"American dreams, Iraqi realities"
(18 November 2004)

"No direction home"
(25 November 2004)

The result of this intense security activity – even prior to the 22 February mosque assault – was failure. Samarra's economy has largely collapsed in the face of this foreign occupation, and the city's population has fallen from 200,000 to 90,000 since the US plan was implemented. Armed attacks by insurgents, which initially fell by half, are again increasing; indeed, insurgents are operating in the city so successfully that they are once again setting off roadside bombs within the city itself, in spite of the wall and the roadblocks. The number of such bombs rose from eight in October 2005 to fifteen in January 2006.

In a graphic and detailed account of life for US soldiers in the city, veteran correspondent Tom Lasseter of Knight Ridder Newspapers ("Explanations for failure in Samarra vary", 15 February 2006) reported on the mix of cynicism and low morale now affecting them.

In one incident, the bodies of two insurgents were retrieved by soldiers of the 82nd airborne division following an exchange of fire beside the Tigris river. Lasseter reports a sergeant ordering the corpses to be strapped like deer to the hoods of the US's heavily-armoured Humvees: "The soldiers heaved the two bodies onto the hood of a Humvee and tied them down with cord. The dead insurgents' legs and arms flapped in the air as the Humvee rumbled along. Iraqi families stood in front of the surrounding houses. They watched the corpses ride by and glared at the Americans."

Lasseter's piece is a rare example of "embedded" reporting that gives some real indication of the experience and behaviour of American troops in Iraq. He further reports that, more than a year after the city was retaken, "American troops are still battling insurgents in Samarra. Bloodshed is destroying the city and driving a wedge between the Iraqis who live there and the U.S. troops who are trying to keep order. Violence, police corruption and the blurry lines of guerrilla warfare are clouding any hopes of victory."

An insider's view

If Lasseter's report is an exception to the general tenor of media coverage in the United States, it is also the case that some of the specialist defence journals – read primarily by the military – are publishing material that tends strongly to support his portrait. One of the most remarkable and revealing examples is a report in the current issue of the Washington weekly Defense News (Greg Grant, "Iraqi Insurgents Find Ways to Bounce Back", 20 February 2006 [subscription only]).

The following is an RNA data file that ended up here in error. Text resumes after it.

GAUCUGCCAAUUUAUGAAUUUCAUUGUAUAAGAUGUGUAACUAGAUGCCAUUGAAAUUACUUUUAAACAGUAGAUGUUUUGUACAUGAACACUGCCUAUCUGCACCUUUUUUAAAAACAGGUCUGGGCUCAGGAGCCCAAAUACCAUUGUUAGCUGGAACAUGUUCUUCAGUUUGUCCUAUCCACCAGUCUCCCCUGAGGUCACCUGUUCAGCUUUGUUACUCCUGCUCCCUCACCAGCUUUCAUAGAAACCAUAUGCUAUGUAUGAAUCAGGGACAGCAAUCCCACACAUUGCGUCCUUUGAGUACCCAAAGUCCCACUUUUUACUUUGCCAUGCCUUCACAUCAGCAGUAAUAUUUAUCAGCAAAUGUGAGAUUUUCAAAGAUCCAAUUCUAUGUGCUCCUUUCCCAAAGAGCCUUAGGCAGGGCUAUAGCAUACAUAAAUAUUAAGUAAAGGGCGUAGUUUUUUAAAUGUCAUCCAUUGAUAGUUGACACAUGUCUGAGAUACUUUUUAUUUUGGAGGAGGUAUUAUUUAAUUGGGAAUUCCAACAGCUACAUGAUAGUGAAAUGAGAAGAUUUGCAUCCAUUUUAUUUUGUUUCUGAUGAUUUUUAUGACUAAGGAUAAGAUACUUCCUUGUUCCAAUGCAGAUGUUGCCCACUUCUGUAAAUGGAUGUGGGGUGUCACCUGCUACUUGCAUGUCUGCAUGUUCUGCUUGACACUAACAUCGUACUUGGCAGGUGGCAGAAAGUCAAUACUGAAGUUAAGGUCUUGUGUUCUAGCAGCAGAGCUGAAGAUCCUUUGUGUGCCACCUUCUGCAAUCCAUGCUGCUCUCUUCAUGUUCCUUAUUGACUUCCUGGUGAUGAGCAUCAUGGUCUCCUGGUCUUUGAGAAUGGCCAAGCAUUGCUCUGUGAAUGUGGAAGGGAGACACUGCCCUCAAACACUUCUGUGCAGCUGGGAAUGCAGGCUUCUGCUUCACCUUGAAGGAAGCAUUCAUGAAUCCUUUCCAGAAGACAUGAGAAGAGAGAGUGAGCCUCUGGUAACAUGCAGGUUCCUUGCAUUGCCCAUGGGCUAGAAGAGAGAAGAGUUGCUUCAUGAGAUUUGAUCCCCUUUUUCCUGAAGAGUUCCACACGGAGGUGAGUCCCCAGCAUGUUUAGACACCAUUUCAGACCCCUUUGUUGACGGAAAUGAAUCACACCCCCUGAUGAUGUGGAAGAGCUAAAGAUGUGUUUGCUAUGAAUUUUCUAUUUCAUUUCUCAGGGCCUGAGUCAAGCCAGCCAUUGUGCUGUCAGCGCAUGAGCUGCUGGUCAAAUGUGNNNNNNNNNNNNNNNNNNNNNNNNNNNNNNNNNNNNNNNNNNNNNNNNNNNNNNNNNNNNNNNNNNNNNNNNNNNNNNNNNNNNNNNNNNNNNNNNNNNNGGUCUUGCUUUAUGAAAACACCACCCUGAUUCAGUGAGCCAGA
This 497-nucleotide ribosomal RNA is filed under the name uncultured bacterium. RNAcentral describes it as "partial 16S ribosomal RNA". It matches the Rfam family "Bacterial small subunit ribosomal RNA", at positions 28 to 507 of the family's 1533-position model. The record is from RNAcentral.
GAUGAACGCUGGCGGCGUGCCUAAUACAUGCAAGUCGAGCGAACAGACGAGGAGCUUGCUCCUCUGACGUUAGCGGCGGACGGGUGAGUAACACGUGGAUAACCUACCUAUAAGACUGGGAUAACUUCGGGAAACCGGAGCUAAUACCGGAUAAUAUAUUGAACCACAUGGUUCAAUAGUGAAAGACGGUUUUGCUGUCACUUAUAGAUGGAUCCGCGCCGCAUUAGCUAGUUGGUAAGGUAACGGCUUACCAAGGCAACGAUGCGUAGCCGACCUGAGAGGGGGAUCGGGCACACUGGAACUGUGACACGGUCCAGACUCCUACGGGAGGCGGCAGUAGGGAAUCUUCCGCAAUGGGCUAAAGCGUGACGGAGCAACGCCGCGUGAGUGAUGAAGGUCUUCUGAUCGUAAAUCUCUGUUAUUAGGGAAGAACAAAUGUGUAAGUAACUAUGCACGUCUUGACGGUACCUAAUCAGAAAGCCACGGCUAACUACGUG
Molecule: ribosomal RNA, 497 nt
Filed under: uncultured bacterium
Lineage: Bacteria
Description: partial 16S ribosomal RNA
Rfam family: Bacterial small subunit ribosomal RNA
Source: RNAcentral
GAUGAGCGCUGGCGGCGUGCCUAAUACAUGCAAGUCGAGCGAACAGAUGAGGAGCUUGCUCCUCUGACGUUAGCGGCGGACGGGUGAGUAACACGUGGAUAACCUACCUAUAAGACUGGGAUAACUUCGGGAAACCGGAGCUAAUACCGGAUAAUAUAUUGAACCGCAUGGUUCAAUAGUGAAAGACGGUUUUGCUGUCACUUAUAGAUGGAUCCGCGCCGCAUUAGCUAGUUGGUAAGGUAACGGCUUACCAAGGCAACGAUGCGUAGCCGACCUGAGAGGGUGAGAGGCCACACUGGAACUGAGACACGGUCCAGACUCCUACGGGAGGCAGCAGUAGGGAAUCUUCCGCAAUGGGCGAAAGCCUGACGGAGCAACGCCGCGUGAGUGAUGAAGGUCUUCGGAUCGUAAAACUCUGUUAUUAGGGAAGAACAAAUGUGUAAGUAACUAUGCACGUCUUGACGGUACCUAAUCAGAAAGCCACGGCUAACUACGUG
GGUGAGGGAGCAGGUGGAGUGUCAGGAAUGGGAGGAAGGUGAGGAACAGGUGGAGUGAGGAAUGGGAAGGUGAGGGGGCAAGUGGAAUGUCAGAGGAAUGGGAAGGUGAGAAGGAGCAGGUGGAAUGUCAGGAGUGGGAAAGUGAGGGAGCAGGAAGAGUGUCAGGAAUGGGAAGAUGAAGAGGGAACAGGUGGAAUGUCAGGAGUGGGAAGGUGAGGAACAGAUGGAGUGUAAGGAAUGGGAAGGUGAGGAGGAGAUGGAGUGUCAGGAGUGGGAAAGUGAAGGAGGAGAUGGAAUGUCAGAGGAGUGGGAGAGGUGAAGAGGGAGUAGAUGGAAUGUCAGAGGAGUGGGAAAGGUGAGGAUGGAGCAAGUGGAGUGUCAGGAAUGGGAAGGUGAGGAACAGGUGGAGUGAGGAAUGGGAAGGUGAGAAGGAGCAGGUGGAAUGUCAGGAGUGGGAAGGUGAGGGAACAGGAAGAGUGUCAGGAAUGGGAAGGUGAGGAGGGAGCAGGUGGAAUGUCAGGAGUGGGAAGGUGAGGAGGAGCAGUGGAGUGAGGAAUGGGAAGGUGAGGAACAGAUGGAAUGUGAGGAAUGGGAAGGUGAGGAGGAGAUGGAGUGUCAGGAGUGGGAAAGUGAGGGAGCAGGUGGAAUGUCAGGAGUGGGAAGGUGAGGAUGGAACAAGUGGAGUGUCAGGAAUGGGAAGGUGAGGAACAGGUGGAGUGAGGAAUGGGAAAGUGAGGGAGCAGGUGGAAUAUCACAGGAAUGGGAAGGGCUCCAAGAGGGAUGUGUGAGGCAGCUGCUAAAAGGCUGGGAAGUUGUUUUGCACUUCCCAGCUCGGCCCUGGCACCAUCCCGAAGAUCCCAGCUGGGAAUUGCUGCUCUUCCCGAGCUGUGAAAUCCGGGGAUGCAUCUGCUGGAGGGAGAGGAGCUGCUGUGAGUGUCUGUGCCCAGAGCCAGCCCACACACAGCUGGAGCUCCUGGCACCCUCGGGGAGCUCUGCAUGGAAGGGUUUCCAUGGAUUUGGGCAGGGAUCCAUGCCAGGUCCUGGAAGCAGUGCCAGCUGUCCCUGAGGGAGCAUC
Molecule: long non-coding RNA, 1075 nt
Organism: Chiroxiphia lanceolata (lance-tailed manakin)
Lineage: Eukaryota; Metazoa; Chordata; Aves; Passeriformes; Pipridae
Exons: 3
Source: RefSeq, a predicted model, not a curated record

Two points stand out. The first is that whenever US or Iraqi security forces succeed in killing or detaining insurgent leaders, there is little effect on the overall scale of the insurgency, whose networks seem able quickly to recover – there are routinely more than 100 attacks every week (the number for January was 433). This is happening despite the extraordinary rate of such killings and detentions: the US authorities themselves say that the combined number was 24,470 in 2004 and 26,500 in 2005.

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It is worth remembering that in late 2004, the same authorities were describing the insurgents then active as mere "remnants", controlled by a handful of extended families known to the Americans, leading a campaign destined soon to peter out. This assessment was given an added boost by the detention of Saddam Hussein himself in December that year. A little more than fourteen months on, no one speaks of "remnants" and the confident projections of the insurgency's demise have turned to ashes.

The second point, which seems to contradict much of the coverage in western media, is that the insurgents are not just drawn from the ranks of disaffected Sunnis and small numbers of foreign jihadists, but also comprise members of Shi'a militias. Indeed, it is now recognised that it was Shi'a insurgent groups who first developed new forms of improvised explosive devices (IEDs) – shaped-charge explosives that can penetrate armour – and later shared this technology with Sunni insurgents.

As an illustration of the United States's military predicament in Samarra and elsewhere in Iraq, perhaps most telling of all are the comments (quoted in Defense News) of one army officer, Lieutenant-Colonel Ross Brown, a squadron commander in the 3rd armoured cavalry regiment: "I went out on an operation, I killed 27 [insurgents] in October. All they do is fill their spaces with more people; they have an infinite supply of replacements. We kill a leader or we detain a leader and there is somebody else in charge. Every time I feel good about killing or detaining this guy, there is somebody else to fill the boots, somebody is standing right behind ready to jump up."